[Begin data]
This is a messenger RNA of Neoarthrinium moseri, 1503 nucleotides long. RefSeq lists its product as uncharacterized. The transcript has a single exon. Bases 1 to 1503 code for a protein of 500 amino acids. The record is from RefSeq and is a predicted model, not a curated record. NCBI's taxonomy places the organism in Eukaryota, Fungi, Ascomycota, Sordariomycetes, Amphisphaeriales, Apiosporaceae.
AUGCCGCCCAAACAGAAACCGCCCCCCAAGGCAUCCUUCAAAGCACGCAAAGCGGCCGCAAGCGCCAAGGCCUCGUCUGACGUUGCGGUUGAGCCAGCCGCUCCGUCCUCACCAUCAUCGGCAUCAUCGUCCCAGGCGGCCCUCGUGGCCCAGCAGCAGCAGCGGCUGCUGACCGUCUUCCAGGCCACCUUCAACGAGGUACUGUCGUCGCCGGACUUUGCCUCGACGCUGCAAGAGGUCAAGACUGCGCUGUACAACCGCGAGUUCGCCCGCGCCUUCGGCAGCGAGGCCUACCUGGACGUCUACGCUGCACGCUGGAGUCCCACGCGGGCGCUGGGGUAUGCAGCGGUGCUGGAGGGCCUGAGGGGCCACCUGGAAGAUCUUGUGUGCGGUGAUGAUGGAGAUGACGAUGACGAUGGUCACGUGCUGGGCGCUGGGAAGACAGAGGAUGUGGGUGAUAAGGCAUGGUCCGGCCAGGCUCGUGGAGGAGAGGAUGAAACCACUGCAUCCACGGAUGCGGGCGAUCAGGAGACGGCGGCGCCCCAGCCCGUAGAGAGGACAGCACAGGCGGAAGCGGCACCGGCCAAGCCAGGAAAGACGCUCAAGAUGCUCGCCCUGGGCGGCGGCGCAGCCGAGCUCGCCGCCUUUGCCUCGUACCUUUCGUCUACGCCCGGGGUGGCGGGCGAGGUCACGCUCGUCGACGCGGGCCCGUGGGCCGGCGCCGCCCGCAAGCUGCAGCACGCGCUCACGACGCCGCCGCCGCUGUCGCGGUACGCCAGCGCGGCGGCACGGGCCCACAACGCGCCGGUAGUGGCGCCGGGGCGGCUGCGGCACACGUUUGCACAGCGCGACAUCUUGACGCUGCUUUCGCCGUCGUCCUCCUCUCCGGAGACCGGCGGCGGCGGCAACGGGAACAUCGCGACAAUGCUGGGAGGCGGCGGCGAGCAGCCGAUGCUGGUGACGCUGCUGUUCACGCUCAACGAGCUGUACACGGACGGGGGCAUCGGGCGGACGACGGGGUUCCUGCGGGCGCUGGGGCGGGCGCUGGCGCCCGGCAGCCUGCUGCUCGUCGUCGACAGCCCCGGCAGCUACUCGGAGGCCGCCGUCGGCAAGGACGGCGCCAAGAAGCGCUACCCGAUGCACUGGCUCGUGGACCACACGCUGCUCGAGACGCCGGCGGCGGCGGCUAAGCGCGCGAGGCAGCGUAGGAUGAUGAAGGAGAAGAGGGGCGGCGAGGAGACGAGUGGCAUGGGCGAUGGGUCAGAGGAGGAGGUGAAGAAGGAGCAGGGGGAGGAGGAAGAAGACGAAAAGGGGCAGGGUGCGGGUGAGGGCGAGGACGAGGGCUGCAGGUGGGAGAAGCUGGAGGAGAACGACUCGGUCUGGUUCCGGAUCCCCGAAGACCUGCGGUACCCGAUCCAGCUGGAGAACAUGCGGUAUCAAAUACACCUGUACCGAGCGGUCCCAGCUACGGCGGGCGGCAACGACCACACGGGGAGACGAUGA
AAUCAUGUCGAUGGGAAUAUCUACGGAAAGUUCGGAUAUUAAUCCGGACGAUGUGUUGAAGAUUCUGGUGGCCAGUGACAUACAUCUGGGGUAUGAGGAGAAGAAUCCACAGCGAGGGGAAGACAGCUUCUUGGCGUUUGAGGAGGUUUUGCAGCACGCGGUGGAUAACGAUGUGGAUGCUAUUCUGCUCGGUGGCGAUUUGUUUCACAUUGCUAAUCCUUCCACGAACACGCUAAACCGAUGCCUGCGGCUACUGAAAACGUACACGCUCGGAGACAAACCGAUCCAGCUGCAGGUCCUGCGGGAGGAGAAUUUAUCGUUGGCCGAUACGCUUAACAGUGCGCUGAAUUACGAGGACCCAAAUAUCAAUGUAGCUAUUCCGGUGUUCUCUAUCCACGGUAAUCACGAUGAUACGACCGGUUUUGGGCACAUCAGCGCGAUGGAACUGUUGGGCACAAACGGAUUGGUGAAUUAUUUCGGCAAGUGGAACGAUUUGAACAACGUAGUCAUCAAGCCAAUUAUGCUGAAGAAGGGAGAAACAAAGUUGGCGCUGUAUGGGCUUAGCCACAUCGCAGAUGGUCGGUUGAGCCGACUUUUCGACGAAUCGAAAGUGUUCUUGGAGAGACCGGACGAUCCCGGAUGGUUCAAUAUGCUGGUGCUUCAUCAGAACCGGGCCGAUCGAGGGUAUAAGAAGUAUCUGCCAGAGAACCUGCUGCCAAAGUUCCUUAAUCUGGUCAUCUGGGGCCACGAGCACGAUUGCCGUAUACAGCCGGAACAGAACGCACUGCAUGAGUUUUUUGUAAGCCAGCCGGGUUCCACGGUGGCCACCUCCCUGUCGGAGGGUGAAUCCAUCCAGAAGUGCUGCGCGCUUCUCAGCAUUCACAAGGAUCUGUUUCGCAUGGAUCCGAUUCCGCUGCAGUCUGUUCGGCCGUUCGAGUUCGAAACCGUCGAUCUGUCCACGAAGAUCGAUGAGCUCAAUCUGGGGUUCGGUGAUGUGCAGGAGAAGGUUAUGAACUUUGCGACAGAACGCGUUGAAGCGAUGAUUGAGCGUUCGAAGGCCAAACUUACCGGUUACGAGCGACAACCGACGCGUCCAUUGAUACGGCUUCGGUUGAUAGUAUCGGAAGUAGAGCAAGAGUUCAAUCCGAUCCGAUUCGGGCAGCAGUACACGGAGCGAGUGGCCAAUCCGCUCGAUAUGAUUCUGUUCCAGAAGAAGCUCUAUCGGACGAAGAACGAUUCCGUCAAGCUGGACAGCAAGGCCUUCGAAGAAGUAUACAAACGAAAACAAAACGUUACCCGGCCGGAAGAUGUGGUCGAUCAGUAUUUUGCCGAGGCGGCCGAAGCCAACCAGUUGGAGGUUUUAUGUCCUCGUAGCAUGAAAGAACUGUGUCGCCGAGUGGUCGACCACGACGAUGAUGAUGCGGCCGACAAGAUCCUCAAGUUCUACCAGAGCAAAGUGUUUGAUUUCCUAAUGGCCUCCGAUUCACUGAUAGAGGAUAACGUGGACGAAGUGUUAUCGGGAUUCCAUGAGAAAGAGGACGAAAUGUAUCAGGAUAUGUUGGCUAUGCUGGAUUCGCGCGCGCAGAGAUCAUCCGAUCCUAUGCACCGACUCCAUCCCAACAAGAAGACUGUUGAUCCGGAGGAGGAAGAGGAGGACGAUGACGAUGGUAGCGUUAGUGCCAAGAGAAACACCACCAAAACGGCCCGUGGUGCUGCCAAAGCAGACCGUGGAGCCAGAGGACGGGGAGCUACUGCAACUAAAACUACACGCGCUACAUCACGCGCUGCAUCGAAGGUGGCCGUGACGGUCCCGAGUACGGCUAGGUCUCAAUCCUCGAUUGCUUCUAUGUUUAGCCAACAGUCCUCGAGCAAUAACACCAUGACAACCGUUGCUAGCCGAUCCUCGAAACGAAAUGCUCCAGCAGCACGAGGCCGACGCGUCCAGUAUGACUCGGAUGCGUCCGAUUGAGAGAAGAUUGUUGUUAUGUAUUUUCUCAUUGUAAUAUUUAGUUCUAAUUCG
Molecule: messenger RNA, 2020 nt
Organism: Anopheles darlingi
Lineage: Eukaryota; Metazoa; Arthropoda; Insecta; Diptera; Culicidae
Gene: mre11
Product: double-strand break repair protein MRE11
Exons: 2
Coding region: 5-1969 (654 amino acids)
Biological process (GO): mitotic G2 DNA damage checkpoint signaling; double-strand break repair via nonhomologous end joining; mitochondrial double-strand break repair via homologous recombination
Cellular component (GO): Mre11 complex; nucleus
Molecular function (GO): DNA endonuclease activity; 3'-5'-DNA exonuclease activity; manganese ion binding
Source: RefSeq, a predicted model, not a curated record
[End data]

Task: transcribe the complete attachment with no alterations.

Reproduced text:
This is a messenger RNA of Neoarthrinium moseri, 1503 nucleotides long. RefSeq lists its product as uncharacterized. The transcript has a single exon. Bases 1 to 1503 code for a protein of 500 amino acids. The record is from RefSeq and is a predicted model, not a curated record. NCBI's taxonomy places the organism in Eukaryota, Fungi, Ascomycota, Sordariomycetes, Amphisphaeriales, Apiosporaceae.
AUGCCGCCCAAACAGAAACCGCCCCCCAAGGCAUCCUUCAAAGCACGCAAAGCGGCCGCAAGCGCCAAGGCCUCGUCUGACGUUGCGGUUGAGCCAGCCGCUCCGUCCUCACCAUCAUCGGCAUCAUCGUCCCAGGCGGCCCUCGUGGCCCAGCAGCAGCAGCGGCUGCUGACCGUCUUCCAGGCCACCUUCAACGAGGUACUGUCGUCGCCGGACUUUGCCUCGACGCUGCAAGAGGUCAAGACUGCGCUGUACAACCGCGAGUUCGCCCGCGCCUUCGGCAGCGAGGCCUACCUGGACGUCUACGCUGCACGCUGGAGUCCCACGCGGGCGCUGGGGUAUGCAGCGGUGCUGGAGGGCCUGAGGGGCCACCUGGAAGAUCUUGUGUGCGGUGAUGAUGGAGAUGACGAUGACGAUGGUCACGUGCUGGGCGCUGGGAAGACAGAGGAUGUGGGUGAUAAGGCAUGGUCCGGCCAGGCUCGUGGAGGAGAGGAUGAAACCACUGCAUCCACGGAUGCGGGCGAUCAGGAGACGGCGGCGCCCCAGCCCGUAGAGAGGACAGCACAGGCGGAAGCGGCACCGGCCAAGCCAGGAAAGACGCUCAAGAUGCUCGCCCUGGGCGGCGGCGCAGCCGAGCUCGCCGCCUUUGCCUCGUACCUUUCGUCUACGCCCGGGGUGGCGGGCGAGGUCACGCUCGUCGACGCGGGCCCGUGGGCCGGCGCCGCCCGCAAGCUGCAGCACGCGCUCACGACGCCGCCGCCGCUGUCGCGGUACGCCAGCGCGGCGGCACGGGCCCACAACGCGCCGGUAGUGGCGCCGGGGCGGCUGCGGCACACGUUUGCACAGCGCGACAUCUUGACGCUGCUUUCGCCGUCGUCCUCCUCUCCGGAGACCGGCGGCGGCGGCAACGGGAACAUCGCGACAAUGCUGGGAGGCGGCGGCGAGCAGCCGAUGCUGGUGACGCUGCUGUUCACGCUCAACGAGCUGUACACGGACGGGGGCAUCGGGCGGACGACGGGGUUCCUGCGGGCGCUGGGGCGGGCGCUGGCGCCCGGCAGCCUGCUGCUCGUCGUCGACAGCCCCGGCAGCUACUCGGAGGCCGCCGUCGGCAAGGACGGCGCCAAGAAGCGCUACCCGAUGCACUGGCUCGUGGACCACACGCUGCUCGAGACGCCGGCGGCGGCGGCUAAGCGCGCGAGGCAGCGUAGGAUGAUGAAGGAGAAGAGGGGCGGCGAGGAGACGAGUGGCAUGGGCGAUGGGUCAGAGGAGGAGGUGAAGAAGGAGCAGGGGGAGGAGGAAGAAGACGAAAAGGGGCAGGGUGCGGGUGAGGGCGAGGACGAGGGCUGCAGGUGGGAGAAGCUGGAGGAGAACGACUCGGUCUGGUUCCGGAUCCCCGAAGACCUGCGGUACCCGAUCCAGCUGGAGAACAUGCGGUAUCAAAUACACCUGUACCGAGCGGUCCCAGCUACGGCGGGCGGCAACGACCACACGGGGAGACGAUGA
AAUCAUGUCGAUGGGAAUAUCUACGGAAAGUUCGGAUAUUAAUCCGGACGAUGUGUUGAAGAUUCUGGUGGCCAGUGACAUACAUCUGGGGUAUGAGGAGAAGAAUCCACAGCGAGGGGAAGACAGCUUCUUGGCGUUUGAGGAGGUUUUGCAGCACGCGGUGGAUAACGAUGUGGAUGCUAUUCUGCUCGGUGGCGAUUUGUUUCACAUUGCUAAUCCUUCCACGAACACGCUAAACCGAUGCCUGCGGCUACUGAAAACGUACACGCUCGGAGACAAACCGAUCCAGCUGCAGGUCCUGCGGGAGGAGAAUUUAUCGUUGGCCGAUACGCUUAACAGUGCGCUGAAUUACGAGGACCCAAAUAUCAAUGUAGCUAUUCCGGUGUUCUCUAUCCACGGUAAUCACGAUGAUACGACCGGUUUUGGGCACAUCAGCGCGAUGGAACUGUUGGGCACAAACGGAUUGGUGAAUUAUUUCGGCAAGUGGAACGAUUUGAACAACGUAGUCAUCAAGCCAAUUAUGCUGAAGAAGGGAGAAACAAAGUUGGCGCUGUAUGGGCUUAGCCACAUCGCAGAUGGUCGGUUGAGCCGACUUUUCGACGAAUCGAAAGUGUUCUUGGAGAGACCGGACGAUCCCGGAUGGUUCAAUAUGCUGGUGCUUCAUCAGAACCGGGCCGAUCGAGGGUAUAAGAAGUAUCUGCCAGAGAACCUGCUGCCAAAGUUCCUUAAUCUGGUCAUCUGGGGCCACGAGCACGAUUGCCGUAUACAGCCGGAACAGAACGCACUGCAUGAGUUUUUUGUAAGCCAGCCGGGUUCCACGGUGGCCACCUCCCUGUCGGAGGGUGAAUCCAUCCAGAAGUGCUGCGCGCUUCUCAGCAUUCACAAGGAUCUGUUUCGCAUGGAUCCGAUUCCGCUGCAGUCUGUUCGGCCGUUCGAGUUCGAAACCGUCGAUCUGUCCACGAAGAUCGAUGAGCUCAAUCUGGGGUUCGGUGAUGUGCAGGAGAAGGUUAUGAACUUUGCGACAGAACGCGUUGAAGCGAUGAUUGAGCGUUCGAAGGCCAAACUUACCGGUUACGAGCGACAACCGACGCGUCCAUUGAUACGGCUUCGGUUGAUAGUAUCGGAAGUAGAGCAAGAGUUCAAUCCGAUCCGAUUCGGGCAGCAGUACACGGAGCGAGUGGCCAAUCCGCUCGAUAUGAUUCUGUUCCAGAAGAAGCUCUAUCGGACGAAGAACGAUUCCGUCAAGCUGGACAGCAAGGCCUUCGAAGAAGUAUACAAACGAAAACAAAACGUUACCCGGCCGGAAGAUGUGGUCGAUCAGUAUUUUGCCGAGGCGGCCGAAGCCAACCAGUUGGAGGUUUUAUGUCCUCGUAGCAUGAAAGAACUGUGUCGCCGAGUGGUCGACCACGACGAUGAUGAUGCGGCCGACAAGAUCCUCAAGUUCUACCAGAGCAAAGUGUUUGAUUUCCUAAUGGCCUCCGAUUCACUGAUAGAGGAUAACGUGGACGAAGUGUUAUCGGGAUUCCAUGAGAAAGAGGACGAAAUGUAUCAGGAUAUGUUGGCUAUGCUGGAUUCGCGCGCGCAGAGAUCAUCCGAUCCUAUGCACCGACUCCAUCCCAACAAGAAGACUGUUGAUCCGGAGGAGGAAGAGGAGGACGAUGACGAUGGUAGCGUUAGUGCCAAGAGAAACACCACCAAAACGGCCCGUGGUGCUGCCAAAGCAGACCGUGGAGCCAGAGGACGGGGAGCUACUGCAACUAAAACUACACGCGCUACAUCACGCGCUGCAUCGAAGGUGGCCGUGACGGUCCCGAGUACGGCUAGGUCUCAAUCCUCGAUUGCUUCUAUGUUUAGCCAACAGUCCUCGAGCAAUAACACCAUGACAACCGUUGCUAGCCGAUCCUCGAAACGAAAUGCUCCAGCAGCACGAGGCCGACGCGUCCAGUAUGACUCGGAUGCGUCCGAUUGAGAGAAGAUUGUUGUUAUGUAUUUUCUCAUUGUAAUAUUUAGUUCUAAUUCG
Molecule: messenger RNA, 2020 nt
Organism: Anopheles darlingi
Lineage: Eukaryota; Metazoa; Arthropoda; Insecta; Diptera; Culicidae
Gene: mre11
Product: double-strand break repair protein MRE11
Exons: 2
Coding region: 5-1969 (654 amino acids)
Biological process (GO): mitotic G2 DNA damage checkpoint signaling; double-strand break repair via nonhomologous end joining; mitochondrial double-strand break repair via homologous recombination
Cellular component (GO): Mre11 complex; nucleus
Molecular function (GO): DNA endonuclease activity; 3'-5'-DNA exonuclease activity; manganese ion binding
Source: RefSeq, a predicted model, not a curated record